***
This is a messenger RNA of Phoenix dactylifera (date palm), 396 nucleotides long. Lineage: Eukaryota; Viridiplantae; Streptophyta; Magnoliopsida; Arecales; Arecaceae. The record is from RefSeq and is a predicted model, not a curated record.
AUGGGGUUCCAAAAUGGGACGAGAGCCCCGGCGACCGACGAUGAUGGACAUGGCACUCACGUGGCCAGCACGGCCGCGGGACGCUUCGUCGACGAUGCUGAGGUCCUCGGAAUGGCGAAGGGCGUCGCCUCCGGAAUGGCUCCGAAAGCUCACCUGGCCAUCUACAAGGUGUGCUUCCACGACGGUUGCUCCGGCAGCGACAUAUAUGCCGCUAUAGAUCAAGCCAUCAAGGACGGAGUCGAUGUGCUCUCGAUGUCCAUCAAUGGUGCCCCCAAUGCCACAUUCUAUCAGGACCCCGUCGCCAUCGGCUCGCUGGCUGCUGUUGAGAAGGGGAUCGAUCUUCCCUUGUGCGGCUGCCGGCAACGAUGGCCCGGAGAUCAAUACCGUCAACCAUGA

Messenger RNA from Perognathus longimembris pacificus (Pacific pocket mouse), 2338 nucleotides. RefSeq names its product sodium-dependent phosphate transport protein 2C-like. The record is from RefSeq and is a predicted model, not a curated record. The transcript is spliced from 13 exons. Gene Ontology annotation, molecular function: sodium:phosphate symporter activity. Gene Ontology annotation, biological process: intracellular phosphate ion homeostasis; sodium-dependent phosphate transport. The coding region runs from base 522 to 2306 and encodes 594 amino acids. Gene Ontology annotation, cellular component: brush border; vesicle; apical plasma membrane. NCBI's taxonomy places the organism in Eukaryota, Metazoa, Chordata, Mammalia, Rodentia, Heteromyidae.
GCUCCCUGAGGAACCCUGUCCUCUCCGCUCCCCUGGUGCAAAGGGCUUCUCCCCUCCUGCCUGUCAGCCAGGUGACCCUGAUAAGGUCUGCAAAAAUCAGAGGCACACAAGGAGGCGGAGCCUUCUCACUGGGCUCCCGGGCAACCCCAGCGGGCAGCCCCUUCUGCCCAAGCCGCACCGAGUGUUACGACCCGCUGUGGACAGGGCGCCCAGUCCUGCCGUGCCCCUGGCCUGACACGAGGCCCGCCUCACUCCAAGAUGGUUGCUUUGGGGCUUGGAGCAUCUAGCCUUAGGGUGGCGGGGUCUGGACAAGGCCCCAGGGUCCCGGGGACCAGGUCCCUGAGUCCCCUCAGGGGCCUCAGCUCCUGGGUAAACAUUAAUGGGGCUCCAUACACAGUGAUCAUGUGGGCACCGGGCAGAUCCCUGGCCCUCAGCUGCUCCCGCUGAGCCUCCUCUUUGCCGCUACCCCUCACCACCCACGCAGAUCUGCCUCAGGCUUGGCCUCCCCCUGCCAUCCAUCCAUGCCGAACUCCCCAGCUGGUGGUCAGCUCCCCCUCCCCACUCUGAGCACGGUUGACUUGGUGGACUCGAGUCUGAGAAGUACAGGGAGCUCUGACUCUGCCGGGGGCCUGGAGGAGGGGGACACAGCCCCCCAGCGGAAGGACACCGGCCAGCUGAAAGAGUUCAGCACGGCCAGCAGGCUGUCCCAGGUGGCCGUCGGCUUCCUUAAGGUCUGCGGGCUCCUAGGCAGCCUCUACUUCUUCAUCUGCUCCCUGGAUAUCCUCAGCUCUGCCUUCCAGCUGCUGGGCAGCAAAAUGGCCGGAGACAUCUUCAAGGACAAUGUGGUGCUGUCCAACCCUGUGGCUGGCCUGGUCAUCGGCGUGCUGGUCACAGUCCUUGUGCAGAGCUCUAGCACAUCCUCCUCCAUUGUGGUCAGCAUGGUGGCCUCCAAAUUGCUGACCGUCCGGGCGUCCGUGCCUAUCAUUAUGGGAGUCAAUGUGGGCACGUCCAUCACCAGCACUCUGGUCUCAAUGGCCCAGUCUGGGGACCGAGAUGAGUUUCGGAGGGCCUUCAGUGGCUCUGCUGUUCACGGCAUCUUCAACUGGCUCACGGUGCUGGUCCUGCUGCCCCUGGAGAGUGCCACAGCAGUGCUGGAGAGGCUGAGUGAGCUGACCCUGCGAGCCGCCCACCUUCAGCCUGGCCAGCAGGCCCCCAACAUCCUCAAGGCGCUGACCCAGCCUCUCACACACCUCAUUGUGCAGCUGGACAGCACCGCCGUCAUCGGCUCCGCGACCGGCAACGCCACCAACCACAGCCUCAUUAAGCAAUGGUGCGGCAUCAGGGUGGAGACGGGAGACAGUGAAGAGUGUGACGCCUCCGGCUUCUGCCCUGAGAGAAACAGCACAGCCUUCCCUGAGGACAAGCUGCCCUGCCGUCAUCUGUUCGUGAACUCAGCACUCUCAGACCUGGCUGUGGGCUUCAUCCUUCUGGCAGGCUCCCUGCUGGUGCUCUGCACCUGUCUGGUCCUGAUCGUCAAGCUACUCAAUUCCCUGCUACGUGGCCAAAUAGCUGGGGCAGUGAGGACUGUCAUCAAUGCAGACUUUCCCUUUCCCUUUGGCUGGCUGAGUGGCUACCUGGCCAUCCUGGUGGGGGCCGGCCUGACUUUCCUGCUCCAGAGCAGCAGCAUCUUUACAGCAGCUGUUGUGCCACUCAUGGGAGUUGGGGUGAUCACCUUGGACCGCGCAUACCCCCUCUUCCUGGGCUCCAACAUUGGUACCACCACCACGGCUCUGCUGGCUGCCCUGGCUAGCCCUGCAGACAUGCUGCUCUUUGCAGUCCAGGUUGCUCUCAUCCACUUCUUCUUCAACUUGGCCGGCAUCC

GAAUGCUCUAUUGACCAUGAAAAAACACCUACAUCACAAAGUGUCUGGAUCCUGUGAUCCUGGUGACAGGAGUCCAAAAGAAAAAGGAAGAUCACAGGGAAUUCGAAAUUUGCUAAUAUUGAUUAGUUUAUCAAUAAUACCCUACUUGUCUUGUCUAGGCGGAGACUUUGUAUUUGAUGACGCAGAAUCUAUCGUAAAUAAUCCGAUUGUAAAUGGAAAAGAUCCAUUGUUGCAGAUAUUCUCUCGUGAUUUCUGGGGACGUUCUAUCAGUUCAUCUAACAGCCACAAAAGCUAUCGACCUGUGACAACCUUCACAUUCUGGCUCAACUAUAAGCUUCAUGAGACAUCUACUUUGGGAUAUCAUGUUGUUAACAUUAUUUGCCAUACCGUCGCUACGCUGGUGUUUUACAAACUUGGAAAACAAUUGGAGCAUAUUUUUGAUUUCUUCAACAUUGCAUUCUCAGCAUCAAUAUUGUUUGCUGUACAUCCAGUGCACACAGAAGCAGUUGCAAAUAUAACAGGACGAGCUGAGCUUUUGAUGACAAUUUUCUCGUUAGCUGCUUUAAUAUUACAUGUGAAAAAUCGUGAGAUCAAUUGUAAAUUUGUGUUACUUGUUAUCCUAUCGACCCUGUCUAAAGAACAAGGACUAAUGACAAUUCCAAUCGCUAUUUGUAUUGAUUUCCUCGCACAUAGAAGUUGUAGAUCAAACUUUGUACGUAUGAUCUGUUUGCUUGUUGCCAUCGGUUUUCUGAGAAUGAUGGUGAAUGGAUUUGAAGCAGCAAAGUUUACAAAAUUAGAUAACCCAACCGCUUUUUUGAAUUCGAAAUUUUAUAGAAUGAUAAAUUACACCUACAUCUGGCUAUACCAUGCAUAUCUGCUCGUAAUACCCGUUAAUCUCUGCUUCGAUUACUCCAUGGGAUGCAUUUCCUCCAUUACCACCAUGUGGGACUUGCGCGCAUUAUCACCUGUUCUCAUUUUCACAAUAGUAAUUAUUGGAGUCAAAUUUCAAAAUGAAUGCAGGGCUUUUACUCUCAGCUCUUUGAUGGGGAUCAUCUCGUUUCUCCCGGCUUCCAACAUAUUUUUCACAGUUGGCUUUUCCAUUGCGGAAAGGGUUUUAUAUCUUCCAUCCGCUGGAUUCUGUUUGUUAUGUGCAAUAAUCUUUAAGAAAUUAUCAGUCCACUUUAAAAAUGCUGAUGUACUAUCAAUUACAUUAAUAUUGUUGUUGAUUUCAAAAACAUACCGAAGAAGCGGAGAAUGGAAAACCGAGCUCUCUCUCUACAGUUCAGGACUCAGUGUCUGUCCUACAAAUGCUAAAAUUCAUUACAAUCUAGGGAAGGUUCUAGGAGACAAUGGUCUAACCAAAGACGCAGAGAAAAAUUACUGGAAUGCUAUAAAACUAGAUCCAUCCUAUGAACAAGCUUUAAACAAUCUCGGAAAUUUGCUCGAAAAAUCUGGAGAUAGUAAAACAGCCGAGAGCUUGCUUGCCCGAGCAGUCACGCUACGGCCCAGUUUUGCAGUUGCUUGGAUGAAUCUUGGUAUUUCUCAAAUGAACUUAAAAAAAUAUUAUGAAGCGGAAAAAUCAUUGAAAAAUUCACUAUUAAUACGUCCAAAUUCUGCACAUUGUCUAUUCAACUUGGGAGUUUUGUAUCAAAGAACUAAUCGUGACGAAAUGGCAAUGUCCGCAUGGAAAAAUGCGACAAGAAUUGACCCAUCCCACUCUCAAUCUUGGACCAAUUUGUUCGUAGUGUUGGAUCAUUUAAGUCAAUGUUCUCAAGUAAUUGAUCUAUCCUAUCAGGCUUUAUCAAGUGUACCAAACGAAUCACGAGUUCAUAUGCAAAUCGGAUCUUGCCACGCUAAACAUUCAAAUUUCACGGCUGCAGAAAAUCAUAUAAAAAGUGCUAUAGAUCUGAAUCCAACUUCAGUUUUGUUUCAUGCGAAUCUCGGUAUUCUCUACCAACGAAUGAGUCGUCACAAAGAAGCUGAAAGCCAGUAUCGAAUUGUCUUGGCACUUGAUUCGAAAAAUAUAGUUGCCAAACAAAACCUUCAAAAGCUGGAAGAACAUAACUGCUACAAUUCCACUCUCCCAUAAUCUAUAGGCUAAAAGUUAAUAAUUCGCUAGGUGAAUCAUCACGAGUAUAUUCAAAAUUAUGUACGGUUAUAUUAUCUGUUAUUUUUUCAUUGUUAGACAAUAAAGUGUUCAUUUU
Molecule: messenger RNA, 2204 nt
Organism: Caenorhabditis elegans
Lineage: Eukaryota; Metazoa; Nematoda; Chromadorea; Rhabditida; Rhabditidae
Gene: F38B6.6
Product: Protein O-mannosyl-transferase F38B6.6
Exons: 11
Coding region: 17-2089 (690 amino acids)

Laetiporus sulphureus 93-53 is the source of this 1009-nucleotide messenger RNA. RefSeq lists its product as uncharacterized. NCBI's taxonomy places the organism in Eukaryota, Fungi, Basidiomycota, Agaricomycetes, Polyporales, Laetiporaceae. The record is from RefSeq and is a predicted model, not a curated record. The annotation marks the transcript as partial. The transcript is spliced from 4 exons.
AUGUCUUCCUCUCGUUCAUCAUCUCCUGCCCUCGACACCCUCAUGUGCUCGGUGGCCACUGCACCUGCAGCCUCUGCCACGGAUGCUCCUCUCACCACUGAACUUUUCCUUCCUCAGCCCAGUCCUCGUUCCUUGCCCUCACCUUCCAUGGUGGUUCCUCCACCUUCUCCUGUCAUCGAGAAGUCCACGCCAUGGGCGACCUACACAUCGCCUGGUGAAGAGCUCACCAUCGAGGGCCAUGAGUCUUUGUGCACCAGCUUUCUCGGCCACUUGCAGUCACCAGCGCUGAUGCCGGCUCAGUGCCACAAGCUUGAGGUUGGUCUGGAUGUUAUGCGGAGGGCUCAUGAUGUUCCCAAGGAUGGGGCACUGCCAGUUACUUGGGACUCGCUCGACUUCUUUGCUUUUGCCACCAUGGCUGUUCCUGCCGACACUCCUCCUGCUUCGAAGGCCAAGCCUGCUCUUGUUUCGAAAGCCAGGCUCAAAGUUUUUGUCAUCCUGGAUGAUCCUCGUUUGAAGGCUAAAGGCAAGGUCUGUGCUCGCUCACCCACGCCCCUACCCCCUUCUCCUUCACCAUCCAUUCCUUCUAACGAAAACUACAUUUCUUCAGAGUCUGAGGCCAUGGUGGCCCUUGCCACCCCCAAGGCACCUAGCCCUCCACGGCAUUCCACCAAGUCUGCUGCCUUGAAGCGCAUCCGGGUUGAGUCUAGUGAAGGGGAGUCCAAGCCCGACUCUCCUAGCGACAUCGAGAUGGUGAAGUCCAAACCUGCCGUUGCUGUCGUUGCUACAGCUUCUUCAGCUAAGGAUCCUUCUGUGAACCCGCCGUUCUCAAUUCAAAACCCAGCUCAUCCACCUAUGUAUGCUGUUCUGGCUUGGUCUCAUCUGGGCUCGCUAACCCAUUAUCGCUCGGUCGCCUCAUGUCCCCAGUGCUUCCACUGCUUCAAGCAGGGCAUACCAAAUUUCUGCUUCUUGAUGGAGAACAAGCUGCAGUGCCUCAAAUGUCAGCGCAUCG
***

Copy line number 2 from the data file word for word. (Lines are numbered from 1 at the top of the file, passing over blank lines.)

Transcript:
AUGGGGUUCCAAAAUGGGACGAGAGCCCCGGCGACCGACGAUGAUGGACAUGGCACUCACGUGGCCAGCACGGCCGCGGGACGCUUCGUCGACGAUGCUGAGGUCCUCGGAAUGGCGAAGGGCGUCGCCUCCGGAAUGGCUCCGAAAGCUCACCUGGCCAUCUACAAGGUGUGCUUCCACGACGGUUGCUCCGGCAGCGACAUAUAUGCCGCUAUAGAUCAAGCCAUCAAGGACGGAGUCGAUGUGCUCUCGAUGUCCAUCAAUGGUGCCCCCAAUGCCACAUUCUAUCAGGACCCCGUCGCCAUCGGCUCGCUGGCUGCUGUUGAGAAGGGGAUCGAUCUUCCCUUGUGCGGCUGCCGGCAACGAUGGCCCGGAGAUCAAUACCGUCAACCAUGA